The racist killing of Stephen Lawrence 30 years ago led to the mainstream adoption of Racial Justice Sunday. The annual event, which is due to take place next week, serves as a reminder of the importance of respect, dignity, equity and justice in Church and wider society, says Richard Reddie
We are all familiar with the saying: “Time flies!” which denotes the swiftness of the passing of time in relation to an event, especially one of note.
This is particularly pertinent to the 30th anniversary of the racist killing of Black teenager, Stephen Lawrence, in Eltham, London on 22 April 1993.
For the few who may be unfamiliar with this tragedy, Stephen was an 18 year-old student who was studying for his A-Levels; he aspired to be an architect. Both he and his close-knit family attended a Methodist church near their home.
On that fateful evening, five white youths attacked Stephen and his friend, Duwayne Brooks, at a bus stop as they were on their way home. Stephen died as a result of this attack.
A watershed moment
That heart-breaking event would become a watershed moment for race-relations in Britain: I tend to call it our ‘George Floyd moment’ because it shone a light on the racism that existed within our society, but which many had previously failed to acknowledge.
Stephen was not the first Black or Brown person to die in such circumstances, but his death became totemic due to several factors.
Justice is defined in, or through, actions rather than words
The first was the Metropolitan Police’s infamous investigation into finding the killers. Although there were several eyewitnesses to Stephen’s murder, and anonymous tip-offs that identified the culprits, the police chose not to initially follow-up on any of these.
A later investigation into police conduct revealed that they were focussing their attention on the Lawrence family instead.
The second factor was the intervention of the then-South African President and freedom fighter, Nelson Mandela, who heard about the case while visiting the UK shortly afterwards. As a result, he threw his considerable support behind the Lawrence’s campaign for justice.
The third was the Lawrence family themselves, whose courage and determination meant they would not take “no” for an answer. When the Crown Prosecution Service dropped the charges against two youths arrested in July 1993 (citing insufficient evidence) the Lawrence’s initiated a private prosecution against the five suspects. As they were not entitled to legal aid, they established a ‘fighting fund’ to pursue justice.
Doreen Lawrence’s tenacious efforts to get justice for her son changed British legal history. It resulted in the law regarding double jeopardy (which prevented a person being tried twice for the same crime) being changed, as well as the ground-breaking 1999 McPherson report into the police’s investigation, which introduced the term ‘Institutional Racism’. Finally, it ushered in the Race Relations (Amendment) Act in 2000.
The Church also played a pivotal role, especially the Methodist Church. One individual who stands tall is Rev David Haslam, a Methodist minister, head of the Churches Together in Britain and Ireland commission and the Churches Commission for Racial Justice (CCRJ).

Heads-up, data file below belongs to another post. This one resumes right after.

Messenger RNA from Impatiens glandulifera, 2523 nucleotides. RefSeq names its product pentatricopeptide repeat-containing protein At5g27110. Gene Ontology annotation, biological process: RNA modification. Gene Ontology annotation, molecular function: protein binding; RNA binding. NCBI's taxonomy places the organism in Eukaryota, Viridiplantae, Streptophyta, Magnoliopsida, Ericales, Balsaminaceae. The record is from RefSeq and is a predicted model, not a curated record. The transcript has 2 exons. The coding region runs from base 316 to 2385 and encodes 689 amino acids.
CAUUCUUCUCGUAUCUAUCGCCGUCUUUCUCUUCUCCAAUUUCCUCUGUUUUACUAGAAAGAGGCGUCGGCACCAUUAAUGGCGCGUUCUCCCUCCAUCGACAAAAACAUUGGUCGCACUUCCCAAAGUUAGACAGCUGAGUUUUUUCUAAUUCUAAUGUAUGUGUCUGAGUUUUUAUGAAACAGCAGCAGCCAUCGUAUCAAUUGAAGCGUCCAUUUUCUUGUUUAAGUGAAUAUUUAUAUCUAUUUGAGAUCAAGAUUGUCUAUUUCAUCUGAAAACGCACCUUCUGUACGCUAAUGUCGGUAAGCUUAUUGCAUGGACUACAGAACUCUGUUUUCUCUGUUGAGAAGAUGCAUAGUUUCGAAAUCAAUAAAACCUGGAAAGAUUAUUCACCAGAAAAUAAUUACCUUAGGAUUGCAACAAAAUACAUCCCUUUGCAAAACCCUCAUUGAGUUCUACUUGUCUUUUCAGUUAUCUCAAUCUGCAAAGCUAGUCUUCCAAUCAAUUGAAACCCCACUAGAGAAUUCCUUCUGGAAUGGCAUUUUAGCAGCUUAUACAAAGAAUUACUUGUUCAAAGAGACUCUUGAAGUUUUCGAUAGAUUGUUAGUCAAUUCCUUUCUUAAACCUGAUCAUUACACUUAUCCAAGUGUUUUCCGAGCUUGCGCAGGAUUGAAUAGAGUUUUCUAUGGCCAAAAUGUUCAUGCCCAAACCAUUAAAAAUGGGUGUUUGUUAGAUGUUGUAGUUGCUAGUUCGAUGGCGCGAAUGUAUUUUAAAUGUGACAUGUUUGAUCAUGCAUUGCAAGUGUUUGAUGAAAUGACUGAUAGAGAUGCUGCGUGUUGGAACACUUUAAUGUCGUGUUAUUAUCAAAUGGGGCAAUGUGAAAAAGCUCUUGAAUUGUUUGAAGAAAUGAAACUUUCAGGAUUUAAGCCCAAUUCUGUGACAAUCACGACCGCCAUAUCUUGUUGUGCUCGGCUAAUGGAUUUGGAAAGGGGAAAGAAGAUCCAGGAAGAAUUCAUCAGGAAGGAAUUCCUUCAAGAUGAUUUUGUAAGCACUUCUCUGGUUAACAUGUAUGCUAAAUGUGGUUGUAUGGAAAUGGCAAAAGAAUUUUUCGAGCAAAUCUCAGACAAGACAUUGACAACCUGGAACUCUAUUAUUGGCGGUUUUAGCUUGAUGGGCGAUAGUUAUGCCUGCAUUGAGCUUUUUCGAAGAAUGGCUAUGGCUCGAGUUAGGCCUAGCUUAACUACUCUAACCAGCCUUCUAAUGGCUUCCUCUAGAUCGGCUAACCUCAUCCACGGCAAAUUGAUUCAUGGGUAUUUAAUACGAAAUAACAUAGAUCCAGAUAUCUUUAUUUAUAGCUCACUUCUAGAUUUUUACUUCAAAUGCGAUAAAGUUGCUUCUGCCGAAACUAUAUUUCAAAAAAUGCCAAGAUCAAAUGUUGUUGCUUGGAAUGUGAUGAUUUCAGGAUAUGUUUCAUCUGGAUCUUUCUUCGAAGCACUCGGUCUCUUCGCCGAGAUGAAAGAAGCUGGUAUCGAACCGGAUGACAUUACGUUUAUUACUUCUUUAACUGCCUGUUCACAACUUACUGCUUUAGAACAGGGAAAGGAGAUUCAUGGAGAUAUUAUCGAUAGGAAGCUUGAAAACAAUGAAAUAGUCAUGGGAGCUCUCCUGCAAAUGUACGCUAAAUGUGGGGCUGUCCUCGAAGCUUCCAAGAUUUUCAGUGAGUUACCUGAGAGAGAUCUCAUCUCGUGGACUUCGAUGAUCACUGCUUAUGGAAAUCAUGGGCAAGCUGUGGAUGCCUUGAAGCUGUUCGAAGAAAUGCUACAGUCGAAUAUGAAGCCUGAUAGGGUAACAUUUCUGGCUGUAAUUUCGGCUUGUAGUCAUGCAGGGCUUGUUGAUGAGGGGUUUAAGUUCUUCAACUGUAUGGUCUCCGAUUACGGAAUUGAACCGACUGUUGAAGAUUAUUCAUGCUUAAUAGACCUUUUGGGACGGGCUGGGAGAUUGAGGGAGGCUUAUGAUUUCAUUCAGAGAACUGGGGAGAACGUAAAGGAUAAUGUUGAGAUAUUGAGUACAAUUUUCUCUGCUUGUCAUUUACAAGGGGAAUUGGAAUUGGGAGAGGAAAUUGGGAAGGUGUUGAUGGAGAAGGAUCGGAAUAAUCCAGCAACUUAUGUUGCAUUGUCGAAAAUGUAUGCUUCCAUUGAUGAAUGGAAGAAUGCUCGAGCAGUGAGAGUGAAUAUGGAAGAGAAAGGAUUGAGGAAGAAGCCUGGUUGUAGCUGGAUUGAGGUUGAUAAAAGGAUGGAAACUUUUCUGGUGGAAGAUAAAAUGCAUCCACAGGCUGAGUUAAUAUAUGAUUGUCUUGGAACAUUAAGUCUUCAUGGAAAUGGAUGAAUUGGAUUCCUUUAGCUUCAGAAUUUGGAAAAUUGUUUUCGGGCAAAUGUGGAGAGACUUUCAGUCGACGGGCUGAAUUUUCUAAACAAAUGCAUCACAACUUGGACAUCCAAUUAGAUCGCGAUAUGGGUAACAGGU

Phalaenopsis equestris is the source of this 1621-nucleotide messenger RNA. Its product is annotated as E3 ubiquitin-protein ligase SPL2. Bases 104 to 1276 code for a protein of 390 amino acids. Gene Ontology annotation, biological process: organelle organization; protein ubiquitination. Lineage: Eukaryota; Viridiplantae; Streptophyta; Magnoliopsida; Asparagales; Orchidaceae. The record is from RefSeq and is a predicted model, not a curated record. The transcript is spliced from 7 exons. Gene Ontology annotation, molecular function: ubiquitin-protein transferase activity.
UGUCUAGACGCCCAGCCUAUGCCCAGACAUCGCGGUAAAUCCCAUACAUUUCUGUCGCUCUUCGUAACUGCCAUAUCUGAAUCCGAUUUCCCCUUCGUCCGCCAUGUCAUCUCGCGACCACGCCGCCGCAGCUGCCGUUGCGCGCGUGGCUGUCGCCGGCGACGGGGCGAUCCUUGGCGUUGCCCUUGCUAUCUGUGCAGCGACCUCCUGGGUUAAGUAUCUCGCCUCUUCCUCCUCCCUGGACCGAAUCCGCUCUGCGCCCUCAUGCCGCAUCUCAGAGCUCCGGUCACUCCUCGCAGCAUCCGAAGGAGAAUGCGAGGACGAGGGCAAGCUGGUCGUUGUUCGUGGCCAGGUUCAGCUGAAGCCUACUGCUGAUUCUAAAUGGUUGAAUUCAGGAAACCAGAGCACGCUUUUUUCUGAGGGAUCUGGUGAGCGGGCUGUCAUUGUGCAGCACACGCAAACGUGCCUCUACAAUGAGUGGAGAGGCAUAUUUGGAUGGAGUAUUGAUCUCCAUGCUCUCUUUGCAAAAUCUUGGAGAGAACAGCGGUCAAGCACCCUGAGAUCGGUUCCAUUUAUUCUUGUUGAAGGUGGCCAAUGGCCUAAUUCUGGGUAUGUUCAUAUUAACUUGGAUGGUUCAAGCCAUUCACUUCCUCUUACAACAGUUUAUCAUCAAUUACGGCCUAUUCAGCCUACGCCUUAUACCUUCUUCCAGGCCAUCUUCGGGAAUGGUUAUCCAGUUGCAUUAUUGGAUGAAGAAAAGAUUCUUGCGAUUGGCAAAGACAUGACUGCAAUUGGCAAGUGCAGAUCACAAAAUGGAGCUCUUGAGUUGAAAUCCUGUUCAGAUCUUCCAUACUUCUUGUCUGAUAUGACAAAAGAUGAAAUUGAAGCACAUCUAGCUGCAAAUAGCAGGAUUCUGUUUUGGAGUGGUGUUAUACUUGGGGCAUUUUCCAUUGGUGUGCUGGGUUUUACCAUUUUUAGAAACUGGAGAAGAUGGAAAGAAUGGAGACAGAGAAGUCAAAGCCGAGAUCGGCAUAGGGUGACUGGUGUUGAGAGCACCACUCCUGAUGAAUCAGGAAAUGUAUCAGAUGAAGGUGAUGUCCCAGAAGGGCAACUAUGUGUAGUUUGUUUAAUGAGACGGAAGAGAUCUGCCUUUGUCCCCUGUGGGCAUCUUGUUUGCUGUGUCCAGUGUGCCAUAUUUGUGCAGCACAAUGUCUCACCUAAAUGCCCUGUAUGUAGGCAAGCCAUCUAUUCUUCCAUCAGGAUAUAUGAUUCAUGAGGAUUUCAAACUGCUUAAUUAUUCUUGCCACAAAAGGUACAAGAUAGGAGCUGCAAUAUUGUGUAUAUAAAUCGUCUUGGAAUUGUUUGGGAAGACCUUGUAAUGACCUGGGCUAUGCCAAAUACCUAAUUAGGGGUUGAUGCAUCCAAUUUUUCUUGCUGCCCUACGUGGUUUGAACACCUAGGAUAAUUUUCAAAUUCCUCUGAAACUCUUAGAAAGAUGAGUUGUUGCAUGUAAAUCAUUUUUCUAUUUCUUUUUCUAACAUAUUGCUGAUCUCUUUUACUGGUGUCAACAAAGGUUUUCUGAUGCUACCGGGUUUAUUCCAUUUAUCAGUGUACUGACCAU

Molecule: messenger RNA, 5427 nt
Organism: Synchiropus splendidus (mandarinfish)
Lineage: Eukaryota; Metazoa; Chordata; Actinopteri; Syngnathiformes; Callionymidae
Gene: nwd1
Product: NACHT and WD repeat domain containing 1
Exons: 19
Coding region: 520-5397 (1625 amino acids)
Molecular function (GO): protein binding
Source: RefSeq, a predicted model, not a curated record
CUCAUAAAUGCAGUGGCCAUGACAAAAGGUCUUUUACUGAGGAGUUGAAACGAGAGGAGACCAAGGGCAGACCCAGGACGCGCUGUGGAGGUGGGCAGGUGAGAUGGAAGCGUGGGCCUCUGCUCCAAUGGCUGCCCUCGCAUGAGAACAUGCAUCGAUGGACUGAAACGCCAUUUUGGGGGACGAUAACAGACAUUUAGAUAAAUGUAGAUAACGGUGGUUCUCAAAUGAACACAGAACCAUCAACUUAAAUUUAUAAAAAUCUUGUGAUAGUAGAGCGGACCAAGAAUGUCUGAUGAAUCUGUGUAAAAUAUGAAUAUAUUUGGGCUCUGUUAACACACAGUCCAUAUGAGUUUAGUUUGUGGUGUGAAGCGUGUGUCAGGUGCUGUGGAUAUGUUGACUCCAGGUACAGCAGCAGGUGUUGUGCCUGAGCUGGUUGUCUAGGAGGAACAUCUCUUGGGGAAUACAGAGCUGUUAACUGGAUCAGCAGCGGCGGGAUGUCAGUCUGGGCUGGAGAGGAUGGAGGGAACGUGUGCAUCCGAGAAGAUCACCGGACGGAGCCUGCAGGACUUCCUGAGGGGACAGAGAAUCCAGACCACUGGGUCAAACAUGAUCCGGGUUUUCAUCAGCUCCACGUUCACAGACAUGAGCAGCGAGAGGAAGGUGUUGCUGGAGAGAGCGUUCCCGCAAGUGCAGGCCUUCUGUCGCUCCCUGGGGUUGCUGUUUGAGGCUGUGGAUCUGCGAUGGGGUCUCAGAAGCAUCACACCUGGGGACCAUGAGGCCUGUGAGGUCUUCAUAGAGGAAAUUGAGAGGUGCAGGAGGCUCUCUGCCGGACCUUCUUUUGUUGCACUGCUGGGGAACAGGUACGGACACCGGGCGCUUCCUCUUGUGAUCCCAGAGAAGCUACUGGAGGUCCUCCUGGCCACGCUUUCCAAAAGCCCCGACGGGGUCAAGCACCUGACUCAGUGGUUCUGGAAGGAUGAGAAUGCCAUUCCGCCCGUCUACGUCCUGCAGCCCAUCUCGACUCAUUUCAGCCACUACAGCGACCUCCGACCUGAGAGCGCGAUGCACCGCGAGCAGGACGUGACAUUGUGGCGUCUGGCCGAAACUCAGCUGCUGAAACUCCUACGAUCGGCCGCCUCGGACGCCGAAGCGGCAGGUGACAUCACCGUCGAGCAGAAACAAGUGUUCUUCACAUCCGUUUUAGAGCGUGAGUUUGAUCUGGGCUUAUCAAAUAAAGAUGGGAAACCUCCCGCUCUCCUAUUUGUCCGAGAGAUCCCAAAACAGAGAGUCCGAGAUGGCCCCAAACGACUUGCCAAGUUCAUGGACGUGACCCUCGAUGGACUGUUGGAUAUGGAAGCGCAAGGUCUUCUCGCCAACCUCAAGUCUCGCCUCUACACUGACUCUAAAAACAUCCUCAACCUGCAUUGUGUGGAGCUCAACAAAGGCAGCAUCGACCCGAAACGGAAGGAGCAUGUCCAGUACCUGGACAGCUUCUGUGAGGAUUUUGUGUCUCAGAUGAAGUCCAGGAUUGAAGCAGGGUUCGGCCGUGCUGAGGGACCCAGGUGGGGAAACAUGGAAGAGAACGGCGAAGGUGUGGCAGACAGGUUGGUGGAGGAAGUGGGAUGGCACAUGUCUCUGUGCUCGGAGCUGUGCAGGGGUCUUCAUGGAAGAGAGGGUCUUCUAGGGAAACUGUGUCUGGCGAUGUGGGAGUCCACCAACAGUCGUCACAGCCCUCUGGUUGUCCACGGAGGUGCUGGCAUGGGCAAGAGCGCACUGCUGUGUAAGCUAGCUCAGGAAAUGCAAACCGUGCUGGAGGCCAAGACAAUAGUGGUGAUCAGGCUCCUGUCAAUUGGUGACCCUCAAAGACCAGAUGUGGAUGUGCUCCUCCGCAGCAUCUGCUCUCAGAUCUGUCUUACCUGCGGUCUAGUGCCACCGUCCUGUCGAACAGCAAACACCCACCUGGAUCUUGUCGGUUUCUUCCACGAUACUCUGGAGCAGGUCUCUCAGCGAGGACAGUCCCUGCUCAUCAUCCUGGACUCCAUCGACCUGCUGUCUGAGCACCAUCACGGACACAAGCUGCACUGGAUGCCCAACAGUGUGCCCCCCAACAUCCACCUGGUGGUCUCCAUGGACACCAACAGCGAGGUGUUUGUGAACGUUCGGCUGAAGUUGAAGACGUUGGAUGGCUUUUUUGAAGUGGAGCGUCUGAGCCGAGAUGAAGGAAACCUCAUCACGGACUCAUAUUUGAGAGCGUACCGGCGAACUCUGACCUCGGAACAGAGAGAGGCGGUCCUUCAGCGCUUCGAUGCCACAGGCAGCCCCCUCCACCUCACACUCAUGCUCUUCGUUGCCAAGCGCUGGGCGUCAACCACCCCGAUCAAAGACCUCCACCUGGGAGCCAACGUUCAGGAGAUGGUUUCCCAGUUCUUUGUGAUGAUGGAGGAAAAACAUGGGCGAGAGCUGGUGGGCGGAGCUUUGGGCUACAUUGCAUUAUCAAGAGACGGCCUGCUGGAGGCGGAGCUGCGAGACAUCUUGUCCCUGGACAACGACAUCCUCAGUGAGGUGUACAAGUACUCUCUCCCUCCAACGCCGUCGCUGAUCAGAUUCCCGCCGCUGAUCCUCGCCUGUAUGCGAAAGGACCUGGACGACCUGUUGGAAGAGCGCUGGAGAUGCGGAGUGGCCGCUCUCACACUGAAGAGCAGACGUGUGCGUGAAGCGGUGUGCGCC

The CCRJ threw its weight behind the campaign, providing much-needed funds for the privately financed efforts to catch Stephen’s killers.
The CCRJ also worked with the Methodist Church to mainstream Racial Justice Sunday (RJS), which was established after Stephen’s death, and now serves as an annual reminder of the importance of respect, dignity, equity and justice in Church and wider society.
Unfortunately, not all churches were this justice driven; many sadly chose to ignore what had taken place out of fear, ignorance or indifference.
I started this article by talking about time flying. One of the dangers of this is that we tend to forget certain events all too easily. As such, we need anniversaries, sad as some of them can be, to remind us of how past events still inform the present; and how they can shape the future.
Doreen Lawrence’s tenacious efforts to get justice for her son changed British legal history
That is especially the case with the anniversary of Stephen Lawrence’s murder. While we may no longer hear about those crude forms of racist violence, racism never went away in this country; the phenomenal response to the killing of George Floyd and the rise of the Black Lives Matter movement were indicative of this.
We also saw this in 2016 with Brexit. After voting to leave the EU, Britain experienced a massive spike in reported religious and race-related hate crimes.
Taking our stand
If parts of the Church played an important role in the Lawrence case all those years ago, all of it must do a similar thing today to combat bigotry. Non-Ukrainian refugees and asylum seekers are still demonised on both sides of the Irish Sea; an insidious phenomenon that is not helped by the often-inflammatory remarks of politicians, keen to use the toxic nature of our discourse on immigration to score points.
Christians need to take a leaf out of the Lawrences’ book and be courageous and indefatigable on justice issues. We need to stand up for what is right, and against what runs contrary to scripture.
We worship a God who is just and calls on us to ‘do’ justice that is defined in, or through, actions rather than words. In August this year, we will also mark the 60th anniversary of Rev Dr Martin Luther King Jnr’s ‘I have a dream’ speech, which discusses a “beloved community” that has justice at its heart.
If we have a heart for justice, we need to work together to see it take effect in Church and wider society. Racial Justice Sunday is a great moment to start this.
Racial Justice Sunday will take place on 12 February 2023 and focuses on marking the 30th anniversary of the racist killing of Stephen Lawrence in 1993. For more information, including resources for congregations to use, visit the Churches Together website